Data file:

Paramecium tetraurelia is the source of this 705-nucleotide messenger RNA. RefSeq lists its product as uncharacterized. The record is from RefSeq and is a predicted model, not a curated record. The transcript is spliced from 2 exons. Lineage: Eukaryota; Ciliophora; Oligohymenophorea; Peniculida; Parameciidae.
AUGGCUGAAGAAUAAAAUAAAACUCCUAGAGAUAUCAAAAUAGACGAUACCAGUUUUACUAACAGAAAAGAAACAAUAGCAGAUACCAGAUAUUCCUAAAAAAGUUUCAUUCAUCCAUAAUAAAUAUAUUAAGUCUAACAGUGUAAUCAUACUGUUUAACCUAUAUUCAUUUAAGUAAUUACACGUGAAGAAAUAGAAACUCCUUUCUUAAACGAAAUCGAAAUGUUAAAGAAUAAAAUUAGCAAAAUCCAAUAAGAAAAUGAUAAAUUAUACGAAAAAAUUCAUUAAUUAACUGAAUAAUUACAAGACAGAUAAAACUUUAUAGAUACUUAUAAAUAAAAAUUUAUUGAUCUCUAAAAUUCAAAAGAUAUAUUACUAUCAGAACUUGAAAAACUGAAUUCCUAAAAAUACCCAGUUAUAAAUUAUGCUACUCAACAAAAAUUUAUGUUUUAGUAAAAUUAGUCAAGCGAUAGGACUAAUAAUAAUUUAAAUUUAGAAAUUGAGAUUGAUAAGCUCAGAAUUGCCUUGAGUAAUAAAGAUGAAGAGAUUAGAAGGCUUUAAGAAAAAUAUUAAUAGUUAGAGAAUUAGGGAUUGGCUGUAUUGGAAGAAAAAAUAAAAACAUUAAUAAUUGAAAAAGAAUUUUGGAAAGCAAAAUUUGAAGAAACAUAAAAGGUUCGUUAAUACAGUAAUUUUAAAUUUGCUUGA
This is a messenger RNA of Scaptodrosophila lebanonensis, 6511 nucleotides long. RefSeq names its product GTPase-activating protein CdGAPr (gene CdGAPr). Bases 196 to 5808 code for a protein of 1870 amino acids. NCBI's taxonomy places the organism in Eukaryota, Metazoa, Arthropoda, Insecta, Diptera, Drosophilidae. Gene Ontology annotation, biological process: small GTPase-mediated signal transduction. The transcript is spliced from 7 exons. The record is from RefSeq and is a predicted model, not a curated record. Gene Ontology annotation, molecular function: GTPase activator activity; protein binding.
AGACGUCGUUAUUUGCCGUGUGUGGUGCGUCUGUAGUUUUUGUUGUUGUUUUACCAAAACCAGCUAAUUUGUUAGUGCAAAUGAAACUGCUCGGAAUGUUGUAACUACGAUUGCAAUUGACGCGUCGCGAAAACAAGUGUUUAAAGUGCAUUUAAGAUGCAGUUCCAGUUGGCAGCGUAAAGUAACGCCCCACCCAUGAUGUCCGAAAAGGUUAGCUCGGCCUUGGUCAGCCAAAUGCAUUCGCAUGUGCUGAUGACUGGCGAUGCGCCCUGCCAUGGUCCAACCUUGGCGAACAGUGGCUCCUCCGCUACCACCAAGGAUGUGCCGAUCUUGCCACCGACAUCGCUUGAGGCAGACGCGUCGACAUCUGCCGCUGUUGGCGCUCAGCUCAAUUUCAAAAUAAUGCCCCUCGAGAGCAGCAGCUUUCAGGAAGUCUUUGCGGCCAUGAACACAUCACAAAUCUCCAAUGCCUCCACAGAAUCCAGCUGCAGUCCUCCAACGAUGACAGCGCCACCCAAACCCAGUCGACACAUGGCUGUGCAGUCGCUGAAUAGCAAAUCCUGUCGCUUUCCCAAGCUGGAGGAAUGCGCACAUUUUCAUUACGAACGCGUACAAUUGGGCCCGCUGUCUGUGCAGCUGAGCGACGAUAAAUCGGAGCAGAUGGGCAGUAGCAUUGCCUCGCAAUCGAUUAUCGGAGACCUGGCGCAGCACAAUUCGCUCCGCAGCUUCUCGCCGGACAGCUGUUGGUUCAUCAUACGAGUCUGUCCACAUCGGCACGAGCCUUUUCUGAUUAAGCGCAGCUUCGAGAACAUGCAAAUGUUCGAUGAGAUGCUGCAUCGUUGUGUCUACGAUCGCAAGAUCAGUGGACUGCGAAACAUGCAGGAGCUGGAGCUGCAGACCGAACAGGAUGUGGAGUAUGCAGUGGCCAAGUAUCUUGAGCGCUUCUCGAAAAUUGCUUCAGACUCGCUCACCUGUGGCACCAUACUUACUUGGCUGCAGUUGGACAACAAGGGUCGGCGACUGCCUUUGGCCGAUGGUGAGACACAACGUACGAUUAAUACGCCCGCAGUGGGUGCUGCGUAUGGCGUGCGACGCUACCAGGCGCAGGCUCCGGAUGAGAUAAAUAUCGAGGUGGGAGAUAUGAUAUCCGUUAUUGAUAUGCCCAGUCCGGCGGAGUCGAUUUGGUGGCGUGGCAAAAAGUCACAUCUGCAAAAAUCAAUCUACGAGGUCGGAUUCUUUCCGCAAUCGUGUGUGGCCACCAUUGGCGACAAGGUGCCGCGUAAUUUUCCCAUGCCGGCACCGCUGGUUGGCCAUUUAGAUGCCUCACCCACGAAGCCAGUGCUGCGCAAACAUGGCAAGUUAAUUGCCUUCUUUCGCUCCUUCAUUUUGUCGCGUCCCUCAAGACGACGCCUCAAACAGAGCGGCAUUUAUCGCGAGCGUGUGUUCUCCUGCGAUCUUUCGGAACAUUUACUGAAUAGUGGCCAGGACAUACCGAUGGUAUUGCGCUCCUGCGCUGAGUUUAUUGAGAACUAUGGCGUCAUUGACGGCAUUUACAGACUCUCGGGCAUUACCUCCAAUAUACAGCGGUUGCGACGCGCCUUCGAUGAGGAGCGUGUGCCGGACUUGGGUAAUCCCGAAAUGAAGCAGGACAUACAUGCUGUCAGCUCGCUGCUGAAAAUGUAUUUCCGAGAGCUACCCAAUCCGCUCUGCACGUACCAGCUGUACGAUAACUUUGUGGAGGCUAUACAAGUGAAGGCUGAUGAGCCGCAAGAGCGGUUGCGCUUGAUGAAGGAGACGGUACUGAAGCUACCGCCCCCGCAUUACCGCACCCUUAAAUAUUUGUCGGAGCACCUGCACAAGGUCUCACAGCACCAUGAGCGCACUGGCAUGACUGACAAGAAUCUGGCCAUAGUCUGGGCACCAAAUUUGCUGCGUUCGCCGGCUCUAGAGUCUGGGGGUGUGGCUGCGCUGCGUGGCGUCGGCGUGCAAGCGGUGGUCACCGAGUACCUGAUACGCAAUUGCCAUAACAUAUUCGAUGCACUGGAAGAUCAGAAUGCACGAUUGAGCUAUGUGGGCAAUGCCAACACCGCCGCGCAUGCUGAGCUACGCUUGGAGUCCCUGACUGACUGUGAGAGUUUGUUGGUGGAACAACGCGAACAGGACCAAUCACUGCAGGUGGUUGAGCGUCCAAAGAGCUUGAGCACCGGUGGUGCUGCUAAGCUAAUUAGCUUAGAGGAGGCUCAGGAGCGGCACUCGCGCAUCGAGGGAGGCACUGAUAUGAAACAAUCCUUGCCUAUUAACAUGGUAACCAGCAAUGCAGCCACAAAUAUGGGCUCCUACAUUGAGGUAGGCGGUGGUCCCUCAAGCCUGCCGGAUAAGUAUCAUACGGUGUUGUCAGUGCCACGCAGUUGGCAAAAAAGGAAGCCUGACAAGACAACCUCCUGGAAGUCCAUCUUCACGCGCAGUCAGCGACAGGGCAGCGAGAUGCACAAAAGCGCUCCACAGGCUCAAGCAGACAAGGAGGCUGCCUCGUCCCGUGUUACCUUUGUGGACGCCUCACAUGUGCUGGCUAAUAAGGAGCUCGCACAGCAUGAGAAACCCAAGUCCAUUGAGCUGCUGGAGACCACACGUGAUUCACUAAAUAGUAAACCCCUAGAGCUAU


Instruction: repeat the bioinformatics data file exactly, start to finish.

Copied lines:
Paramecium tetraurelia is the source of this 705-nucleotide messenger RNA. RefSeq lists its product as uncharacterized. The record is from RefSeq and is a predicted model, not a curated record. The transcript is spliced from 2 exons. Lineage: Eukaryota; Ciliophora; Oligohymenophorea; Peniculida; Parameciidae.
AUGGCUGAAGAAUAAAAUAAAACUCCUAGAGAUAUCAAAAUAGACGAUACCAGUUUUACUAACAGAAAAGAAACAAUAGCAGAUACCAGAUAUUCCUAAAAAAGUUUCAUUCAUCCAUAAUAAAUAUAUUAAGUCUAACAGUGUAAUCAUACUGUUUAACCUAUAUUCAUUUAAGUAAUUACACGUGAAGAAAUAGAAACUCCUUUCUUAAACGAAAUCGAAAUGUUAAAGAAUAAAAUUAGCAAAAUCCAAUAAGAAAAUGAUAAAUUAUACGAAAAAAUUCAUUAAUUAACUGAAUAAUUACAAGACAGAUAAAACUUUAUAGAUACUUAUAAAUAAAAAUUUAUUGAUCUCUAAAAUUCAAAAGAUAUAUUACUAUCAGAACUUGAAAAACUGAAUUCCUAAAAAUACCCAGUUAUAAAUUAUGCUACUCAACAAAAAUUUAUGUUUUAGUAAAAUUAGUCAAGCGAUAGGACUAAUAAUAAUUUAAAUUUAGAAAUUGAGAUUGAUAAGCUCAGAAUUGCCUUGAGUAAUAAAGAUGAAGAGAUUAGAAGGCUUUAAGAAAAAUAUUAAUAGUUAGAGAAUUAGGGAUUGGCUGUAUUGGAAGAAAAAAUAAAAACAUUAAUAAUUGAAAAAGAAUUUUGGAAAGCAAAAUUUGAAGAAACAUAAAAGGUUCGUUAAUACAGUAAUUUUAAAUUUGCUUGA
This is a messenger RNA of Scaptodrosophila lebanonensis, 6511 nucleotides long. RefSeq names its product GTPase-activating protein CdGAPr (gene CdGAPr). Bases 196 to 5808 code for a protein of 1870 amino acids. NCBI's taxonomy places the organism in Eukaryota, Metazoa, Arthropoda, Insecta, Diptera, Drosophilidae. Gene Ontology annotation, biological process: small GTPase-mediated signal transduction. The transcript is spliced from 7 exons. The record is from RefSeq and is a predicted model, not a curated record. Gene Ontology annotation, molecular function: GTPase activator activity; protein binding.
AGACGUCGUUAUUUGCCGUGUGUGGUGCGUCUGUAGUUUUUGUUGUUGUUUUACCAAAACCAGCUAAUUUGUUAGUGCAAAUGAAACUGCUCGGAAUGUUGUAACUACGAUUGCAAUUGACGCGUCGCGAAAACAAGUGUUUAAAGUGCAUUUAAGAUGCAGUUCCAGUUGGCAGCGUAAAGUAACGCCCCACCCAUGAUGUCCGAAAAGGUUAGCUCGGCCUUGGUCAGCCAAAUGCAUUCGCAUGUGCUGAUGACUGGCGAUGCGCCCUGCCAUGGUCCAACCUUGGCGAACAGUGGCUCCUCCGCUACCACCAAGGAUGUGCCGAUCUUGCCACCGACAUCGCUUGAGGCAGACGCGUCGACAUCUGCCGCUGUUGGCGCUCAGCUCAAUUUCAAAAUAAUGCCCCUCGAGAGCAGCAGCUUUCAGGAAGUCUUUGCGGCCAUGAACACAUCACAAAUCUCCAAUGCCUCCACAGAAUCCAGCUGCAGUCCUCCAACGAUGACAGCGCCACCCAAACCCAGUCGACACAUGGCUGUGCAGUCGCUGAAUAGCAAAUCCUGUCGCUUUCCCAAGCUGGAGGAAUGCGCACAUUUUCAUUACGAACGCGUACAAUUGGGCCCGCUGUCUGUGCAGCUGAGCGACGAUAAAUCGGAGCAGAUGGGCAGUAGCAUUGCCUCGCAAUCGAUUAUCGGAGACCUGGCGCAGCACAAUUCGCUCCGCAGCUUCUCGCCGGACAGCUGUUGGUUCAUCAUACGAGUCUGUCCACAUCGGCACGAGCCUUUUCUGAUUAAGCGCAGCUUCGAGAACAUGCAAAUGUUCGAUGAGAUGCUGCAUCGUUGUGUCUACGAUCGCAAGAUCAGUGGACUGCGAAACAUGCAGGAGCUGGAGCUGCAGACCGAACAGGAUGUGGAGUAUGCAGUGGCCAAGUAUCUUGAGCGCUUCUCGAAAAUUGCUUCAGACUCGCUCACCUGUGGCACCAUACUUACUUGGCUGCAGUUGGACAACAAGGGUCGGCGACUGCCUUUGGCCGAUGGUGAGACACAACGUACGAUUAAUACGCCCGCAGUGGGUGCUGCGUAUGGCGUGCGACGCUACCAGGCGCAGGCUCCGGAUGAGAUAAAUAUCGAGGUGGGAGAUAUGAUAUCCGUUAUUGAUAUGCCCAGUCCGGCGGAGUCGAUUUGGUGGCGUGGCAAAAAGUCACAUCUGCAAAAAUCAAUCUACGAGGUCGGAUUCUUUCCGCAAUCGUGUGUGGCCACCAUUGGCGACAAGGUGCCGCGUAAUUUUCCCAUGCCGGCACCGCUGGUUGGCCAUUUAGAUGCCUCACCCACGAAGCCAGUGCUGCGCAAACAUGGCAAGUUAAUUGCCUUCUUUCGCUCCUUCAUUUUGUCGCGUCCCUCAAGACGACGCCUCAAACAGAGCGGCAUUUAUCGCGAGCGUGUGUUCUCCUGCGAUCUUUCGGAACAUUUACUGAAUAGUGGCCAGGACAUACCGAUGGUAUUGCGCUCCUGCGCUGAGUUUAUUGAGAACUAUGGCGUCAUUGACGGCAUUUACAGACUCUCGGGCAUUACCUCCAAUAUACAGCGGUUGCGACGCGCCUUCGAUGAGGAGCGUGUGCCGGACUUGGGUAAUCCCGAAAUGAAGCAGGACAUACAUGCUGUCAGCUCGCUGCUGAAAAUGUAUUUCCGAGAGCUACCCAAUCCGCUCUGCACGUACCAGCUGUACGAUAACUUUGUGGAGGCUAUACAAGUGAAGGCUGAUGAGCCGCAAGAGCGGUUGCGCUUGAUGAAGGAGACGGUACUGAAGCUACCGCCCCCGCAUUACCGCACCCUUAAAUAUUUGUCGGAGCACCUGCACAAGGUCUCACAGCACCAUGAGCGCACUGGCAUGACUGACAAGAAUCUGGCCAUAGUCUGGGCACCAAAUUUGCUGCGUUCGCCGGCUCUAGAGUCUGGGGGUGUGGCUGCGCUGCGUGGCGUCGGCGUGCAAGCGGUGGUCACCGAGUACCUGAUACGCAAUUGCCAUAACAUAUUCGAUGCACUGGAAGAUCAGAAUGCACGAUUGAGCUAUGUGGGCAAUGCCAACACCGCCGCGCAUGCUGAGCUACGCUUGGAGUCCCUGACUGACUGUGAGAGUUUGUUGGUGGAACAACGCGAACAGGACCAAUCACUGCAGGUGGUUGAGCGUCCAAAGAGCUUGAGCACCGGUGGUGCUGCUAAGCUAAUUAGCUUAGAGGAGGCUCAGGAGCGGCACUCGCGCAUCGAGGGAGGCACUGAUAUGAAACAAUCCUUGCCUAUUAACAUGGUAACCAGCAAUGCAGCCACAAAUAUGGGCUCCUACAUUGAGGUAGGCGGUGGUCCCUCAAGCCUGCCGGAUAAGUAUCAUACGGUGUUGUCAGUGCCACGCAGUUGGCAAAAAAGGAAGCCUGACAAGACAACCUCCUGGAAGUCCAUCUUCACGCGCAGUCAGCGACAGGGCAGCGAGAUGCACAAAAGCGCUCCACAGGCUCAAGCAGACAAGGAGGCUGCCUCGUCCCGUGUUACCUUUGUGGACGCCUCACAUGUGCUGGCUAAUAAGGAGCUCGCACAGCAUGAGAAACCCAAGUCCAUUGAGCUGCUGGAGACCACACGUGAUUCACUAAAUAGUAAACCCCUAGAGCUAU